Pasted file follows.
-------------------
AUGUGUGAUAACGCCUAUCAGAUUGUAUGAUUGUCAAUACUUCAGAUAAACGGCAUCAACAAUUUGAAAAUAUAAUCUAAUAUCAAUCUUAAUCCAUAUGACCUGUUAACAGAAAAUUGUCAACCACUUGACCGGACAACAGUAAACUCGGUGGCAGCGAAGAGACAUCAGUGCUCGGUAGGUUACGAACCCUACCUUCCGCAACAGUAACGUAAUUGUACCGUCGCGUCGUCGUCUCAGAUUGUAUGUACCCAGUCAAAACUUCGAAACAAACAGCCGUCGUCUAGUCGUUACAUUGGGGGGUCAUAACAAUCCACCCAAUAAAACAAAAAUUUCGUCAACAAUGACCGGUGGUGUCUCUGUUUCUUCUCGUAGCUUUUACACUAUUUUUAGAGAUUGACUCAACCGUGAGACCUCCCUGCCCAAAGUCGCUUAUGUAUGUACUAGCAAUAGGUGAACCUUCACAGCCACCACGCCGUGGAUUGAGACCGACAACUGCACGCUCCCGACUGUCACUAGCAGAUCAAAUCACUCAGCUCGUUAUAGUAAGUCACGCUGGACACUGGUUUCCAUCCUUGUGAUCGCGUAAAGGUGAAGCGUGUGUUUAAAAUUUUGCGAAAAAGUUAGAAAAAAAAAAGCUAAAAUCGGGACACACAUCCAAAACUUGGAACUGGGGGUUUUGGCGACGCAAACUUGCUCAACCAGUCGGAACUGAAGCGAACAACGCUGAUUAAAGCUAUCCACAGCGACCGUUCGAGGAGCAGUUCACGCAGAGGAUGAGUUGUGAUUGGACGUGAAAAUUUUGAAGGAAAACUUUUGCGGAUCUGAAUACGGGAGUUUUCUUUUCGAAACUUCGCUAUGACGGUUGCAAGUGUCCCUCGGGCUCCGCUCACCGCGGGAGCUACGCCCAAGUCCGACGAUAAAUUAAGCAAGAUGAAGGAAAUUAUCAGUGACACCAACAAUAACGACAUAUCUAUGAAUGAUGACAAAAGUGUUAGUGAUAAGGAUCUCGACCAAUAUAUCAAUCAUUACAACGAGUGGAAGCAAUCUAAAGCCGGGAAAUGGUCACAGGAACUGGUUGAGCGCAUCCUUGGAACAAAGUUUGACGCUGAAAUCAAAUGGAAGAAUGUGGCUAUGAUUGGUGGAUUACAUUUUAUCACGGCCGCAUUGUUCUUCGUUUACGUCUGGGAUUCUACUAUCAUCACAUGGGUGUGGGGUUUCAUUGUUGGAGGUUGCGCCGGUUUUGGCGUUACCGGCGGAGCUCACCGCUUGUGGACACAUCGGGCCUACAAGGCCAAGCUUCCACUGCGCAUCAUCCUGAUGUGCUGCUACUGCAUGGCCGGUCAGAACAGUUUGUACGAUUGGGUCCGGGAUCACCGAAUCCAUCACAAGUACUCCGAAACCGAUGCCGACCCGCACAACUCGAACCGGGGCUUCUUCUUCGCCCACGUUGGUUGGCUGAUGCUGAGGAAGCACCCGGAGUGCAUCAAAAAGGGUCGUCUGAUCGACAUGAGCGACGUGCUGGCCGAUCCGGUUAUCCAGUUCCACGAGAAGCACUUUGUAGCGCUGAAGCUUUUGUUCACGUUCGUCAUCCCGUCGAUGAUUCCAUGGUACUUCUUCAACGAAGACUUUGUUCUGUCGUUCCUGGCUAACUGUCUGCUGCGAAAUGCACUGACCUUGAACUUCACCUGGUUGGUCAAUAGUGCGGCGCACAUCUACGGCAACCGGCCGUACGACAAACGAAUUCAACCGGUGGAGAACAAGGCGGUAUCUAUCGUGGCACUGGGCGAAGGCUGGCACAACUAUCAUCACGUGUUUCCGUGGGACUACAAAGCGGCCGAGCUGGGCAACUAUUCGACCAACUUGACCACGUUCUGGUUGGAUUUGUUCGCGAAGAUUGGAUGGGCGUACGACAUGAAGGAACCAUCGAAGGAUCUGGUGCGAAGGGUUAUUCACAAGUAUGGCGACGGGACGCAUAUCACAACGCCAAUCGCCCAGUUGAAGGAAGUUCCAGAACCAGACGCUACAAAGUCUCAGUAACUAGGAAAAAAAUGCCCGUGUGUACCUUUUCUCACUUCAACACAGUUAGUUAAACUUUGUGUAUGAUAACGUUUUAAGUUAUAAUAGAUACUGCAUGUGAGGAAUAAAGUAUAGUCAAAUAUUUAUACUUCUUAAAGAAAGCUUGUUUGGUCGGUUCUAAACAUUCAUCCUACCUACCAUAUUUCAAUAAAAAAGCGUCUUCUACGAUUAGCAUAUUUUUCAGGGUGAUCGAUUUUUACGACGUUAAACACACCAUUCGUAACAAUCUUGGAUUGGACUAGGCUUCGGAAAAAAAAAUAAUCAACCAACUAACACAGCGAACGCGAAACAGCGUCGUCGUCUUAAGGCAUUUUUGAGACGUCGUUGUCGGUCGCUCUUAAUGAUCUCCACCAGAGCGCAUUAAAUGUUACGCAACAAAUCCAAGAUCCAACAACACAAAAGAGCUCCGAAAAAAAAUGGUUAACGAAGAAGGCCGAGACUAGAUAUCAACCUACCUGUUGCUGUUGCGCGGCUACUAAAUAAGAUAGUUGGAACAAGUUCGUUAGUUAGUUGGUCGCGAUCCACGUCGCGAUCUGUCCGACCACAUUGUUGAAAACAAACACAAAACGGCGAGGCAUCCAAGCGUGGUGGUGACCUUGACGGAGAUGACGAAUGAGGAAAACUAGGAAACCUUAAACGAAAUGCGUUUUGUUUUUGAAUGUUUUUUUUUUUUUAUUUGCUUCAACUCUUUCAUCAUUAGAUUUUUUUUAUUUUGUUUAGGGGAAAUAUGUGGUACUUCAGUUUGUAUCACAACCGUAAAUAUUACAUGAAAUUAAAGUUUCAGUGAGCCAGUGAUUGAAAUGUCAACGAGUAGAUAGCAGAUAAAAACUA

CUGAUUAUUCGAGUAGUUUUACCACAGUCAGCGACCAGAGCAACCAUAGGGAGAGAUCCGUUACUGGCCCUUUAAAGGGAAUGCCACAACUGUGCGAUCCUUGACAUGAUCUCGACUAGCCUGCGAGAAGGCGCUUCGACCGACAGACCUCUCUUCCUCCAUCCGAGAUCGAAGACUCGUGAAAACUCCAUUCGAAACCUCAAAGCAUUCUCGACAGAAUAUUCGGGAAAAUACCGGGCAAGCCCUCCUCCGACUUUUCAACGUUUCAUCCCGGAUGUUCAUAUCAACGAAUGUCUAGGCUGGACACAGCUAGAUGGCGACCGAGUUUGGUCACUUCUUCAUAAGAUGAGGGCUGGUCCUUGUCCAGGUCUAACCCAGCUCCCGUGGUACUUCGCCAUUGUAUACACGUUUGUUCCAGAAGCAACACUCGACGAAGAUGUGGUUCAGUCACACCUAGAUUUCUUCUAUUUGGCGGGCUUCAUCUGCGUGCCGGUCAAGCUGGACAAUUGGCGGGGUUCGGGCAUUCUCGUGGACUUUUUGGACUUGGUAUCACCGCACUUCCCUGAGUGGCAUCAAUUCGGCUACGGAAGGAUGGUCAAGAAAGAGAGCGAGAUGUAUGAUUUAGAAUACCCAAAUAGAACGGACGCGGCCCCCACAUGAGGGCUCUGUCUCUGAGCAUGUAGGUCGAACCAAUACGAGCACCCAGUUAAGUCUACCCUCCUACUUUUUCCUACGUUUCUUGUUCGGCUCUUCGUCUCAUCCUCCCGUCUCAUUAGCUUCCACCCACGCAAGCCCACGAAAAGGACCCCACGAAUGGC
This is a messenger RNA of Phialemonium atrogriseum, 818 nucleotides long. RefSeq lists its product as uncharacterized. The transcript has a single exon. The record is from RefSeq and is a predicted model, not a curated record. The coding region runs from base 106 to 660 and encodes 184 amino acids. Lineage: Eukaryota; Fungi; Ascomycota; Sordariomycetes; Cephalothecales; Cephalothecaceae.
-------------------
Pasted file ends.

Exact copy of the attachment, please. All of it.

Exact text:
AUGUGUGAUAACGCCUAUCAGAUUGUAUGAUUGUCAAUACUUCAGAUAAACGGCAUCAACAAUUUGAAAAUAUAAUCUAAUAUCAAUCUUAAUCCAUAUGACCUGUUAACAGAAAAUUGUCAACCACUUGACCGGACAACAGUAAACUCGGUGGCAGCGAAGAGACAUCAGUGCUCGGUAGGUUACGAACCCUACCUUCCGCAACAGUAACGUAAUUGUACCGUCGCGUCGUCGUCUCAGAUUGUAUGUACCCAGUCAAAACUUCGAAACAAACAGCCGUCGUCUAGUCGUUACAUUGGGGGGUCAUAACAAUCCACCCAAUAAAACAAAAAUUUCGUCAACAAUGACCGGUGGUGUCUCUGUUUCUUCUCGUAGCUUUUACACUAUUUUUAGAGAUUGACUCAACCGUGAGACCUCCCUGCCCAAAGUCGCUUAUGUAUGUACUAGCAAUAGGUGAACCUUCACAGCCACCACGCCGUGGAUUGAGACCGACAACUGCACGCUCCCGACUGUCACUAGCAGAUCAAAUCACUCAGCUCGUUAUAGUAAGUCACGCUGGACACUGGUUUCCAUCCUUGUGAUCGCGUAAAGGUGAAGCGUGUGUUUAAAAUUUUGCGAAAAAGUUAGAAAAAAAAAAGCUAAAAUCGGGACACACAUCCAAAACUUGGAACUGGGGGUUUUGGCGACGCAAACUUGCUCAACCAGUCGGAACUGAAGCGAACAACGCUGAUUAAAGCUAUCCACAGCGACCGUUCGAGGAGCAGUUCACGCAGAGGAUGAGUUGUGAUUGGACGUGAAAAUUUUGAAGGAAAACUUUUGCGGAUCUGAAUACGGGAGUUUUCUUUUCGAAACUUCGCUAUGACGGUUGCAAGUGUCCCUCGGGCUCCGCUCACCGCGGGAGCUACGCCCAAGUCCGACGAUAAAUUAAGCAAGAUGAAGGAAAUUAUCAGUGACACCAACAAUAACGACAUAUCUAUGAAUGAUGACAAAAGUGUUAGUGAUAAGGAUCUCGACCAAUAUAUCAAUCAUUACAACGAGUGGAAGCAAUCUAAAGCCGGGAAAUGGUCACAGGAACUGGUUGAGCGCAUCCUUGGAACAAAGUUUGACGCUGAAAUCAAAUGGAAGAAUGUGGCUAUGAUUGGUGGAUUACAUUUUAUCACGGCCGCAUUGUUCUUCGUUUACGUCUGGGAUUCUACUAUCAUCACAUGGGUGUGGGGUUUCAUUGUUGGAGGUUGCGCCGGUUUUGGCGUUACCGGCGGAGCUCACCGCUUGUGGACACAUCGGGCCUACAAGGCCAAGCUUCCACUGCGCAUCAUCCUGAUGUGCUGCUACUGCAUGGCCGGUCAGAACAGUUUGUACGAUUGGGUCCGGGAUCACCGAAUCCAUCACAAGUACUCCGAAACCGAUGCCGACCCGCACAACUCGAACCGGGGCUUCUUCUUCGCCCACGUUGGUUGGCUGAUGCUGAGGAAGCACCCGGAGUGCAUCAAAAAGGGUCGUCUGAUCGACAUGAGCGACGUGCUGGCCGAUCCGGUUAUCCAGUUCCACGAGAAGCACUUUGUAGCGCUGAAGCUUUUGUUCACGUUCGUCAUCCCGUCGAUGAUUCCAUGGUACUUCUUCAACGAAGACUUUGUUCUGUCGUUCCUGGCUAACUGUCUGCUGCGAAAUGCACUGACCUUGAACUUCACCUGGUUGGUCAAUAGUGCGGCGCACAUCUACGGCAACCGGCCGUACGACAAACGAAUUCAACCGGUGGAGAACAAGGCGGUAUCUAUCGUGGCACUGGGCGAAGGCUGGCACAACUAUCAUCACGUGUUUCCGUGGGACUACAAAGCGGCCGAGCUGGGCAACUAUUCGACCAACUUGACCACGUUCUGGUUGGAUUUGUUCGCGAAGAUUGGAUGGGCGUACGACAUGAAGGAACCAUCGAAGGAUCUGGUGCGAAGGGUUAUUCACAAGUAUGGCGACGGGACGCAUAUCACAACGCCAAUCGCCCAGUUGAAGGAAGUUCCAGAACCAGACGCUACAAAGUCUCAGUAACUAGGAAAAAAAUGCCCGUGUGUACCUUUUCUCACUUCAACACAGUUAGUUAAACUUUGUGUAUGAUAACGUUUUAAGUUAUAAUAGAUACUGCAUGUGAGGAAUAAAGUAUAGUCAAAUAUUUAUACUUCUUAAAGAAAGCUUGUUUGGUCGGUUCUAAACAUUCAUCCUACCUACCAUAUUUCAAUAAAAAAGCGUCUUCUACGAUUAGCAUAUUUUUCAGGGUGAUCGAUUUUUACGACGUUAAACACACCAUUCGUAACAAUCUUGGAUUGGACUAGGCUUCGGAAAAAAAAAUAAUCAACCAACUAACACAGCGAACGCGAAACAGCGUCGUCGUCUUAAGGCAUUUUUGAGACGUCGUUGUCGGUCGCUCUUAAUGAUCUCCACCAGAGCGCAUUAAAUGUUACGCAACAAAUCCAAGAUCCAACAACACAAAAGAGCUCCGAAAAAAAAUGGUUAACGAAGAAGGCCGAGACUAGAUAUCAACCUACCUGUUGCUGUUGCGCGGCUACUAAAUAAGAUAGUUGGAACAAGUUCGUUAGUUAGUUGGUCGCGAUCCACGUCGCGAUCUGUCCGACCACAUUGUUGAAAACAAACACAAAACGGCGAGGCAUCCAAGCGUGGUGGUGACCUUGACGGAGAUGACGAAUGAGGAAAACUAGGAAACCUUAAACGAAAUGCGUUUUGUUUUUGAAUGUUUUUUUUUUUUUAUUUGCUUCAACUCUUUCAUCAUUAGAUUUUUUUUAUUUUGUUUAGGGGAAAUAUGUGGUACUUCAGUUUGUAUCACAACCGUAAAUAUUACAUGAAAUUAAAGUUUCAGUGAGCCAGUGAUUGAAAUGUCAACGAGUAGAUAGCAGAUAAAAACUA

CUGAUUAUUCGAGUAGUUUUACCACAGUCAGCGACCAGAGCAACCAUAGGGAGAGAUCCGUUACUGGCCCUUUAAAGGGAAUGCCACAACUGUGCGAUCCUUGACAUGAUCUCGACUAGCCUGCGAGAAGGCGCUUCGACCGACAGACCUCUCUUCCUCCAUCCGAGAUCGAAGACUCGUGAAAACUCCAUUCGAAACCUCAAAGCAUUCUCGACAGAAUAUUCGGGAAAAUACCGGGCAAGCCCUCCUCCGACUUUUCAACGUUUCAUCCCGGAUGUUCAUAUCAACGAAUGUCUAGGCUGGACACAGCUAGAUGGCGACCGAGUUUGGUCACUUCUUCAUAAGAUGAGGGCUGGUCCUUGUCCAGGUCUAACCCAGCUCCCGUGGUACUUCGCCAUUGUAUACACGUUUGUUCCAGAAGCAACACUCGACGAAGAUGUGGUUCAGUCACACCUAGAUUUCUUCUAUUUGGCGGGCUUCAUCUGCGUGCCGGUCAAGCUGGACAAUUGGCGGGGUUCGGGCAUUCUCGUGGACUUUUUGGACUUGGUAUCACCGCACUUCCCUGAGUGGCAUCAAUUCGGCUACGGAAGGAUGGUCAAGAAAGAGAGCGAGAUGUAUGAUUUAGAAUACCCAAAUAGAACGGACGCGGCCCCCACAUGAGGGCUCUGUCUCUGAGCAUGUAGGUCGAACCAAUACGAGCACCCAGUUAAGUCUACCCUCCUACUUUUUCCUACGUUUCUUGUUCGGCUCUUCGUCUCAUCCUCCCGUCUCAUUAGCUUCCACCCACGCAAGCCCACGAAAAGGACCCCACGAAUGGC
This is a messenger RNA of Phialemonium atrogriseum, 818 nucleotides long. RefSeq lists its product as uncharacterized. The transcript has a single exon. The record is from RefSeq and is a predicted model, not a curated record. The coding region runs from base 106 to 660 and encodes 184 amino acids. Lineage: Eukaryota; Fungi; Ascomycota; Sordariomycetes; Cephalothecales; Cephalothecaceae.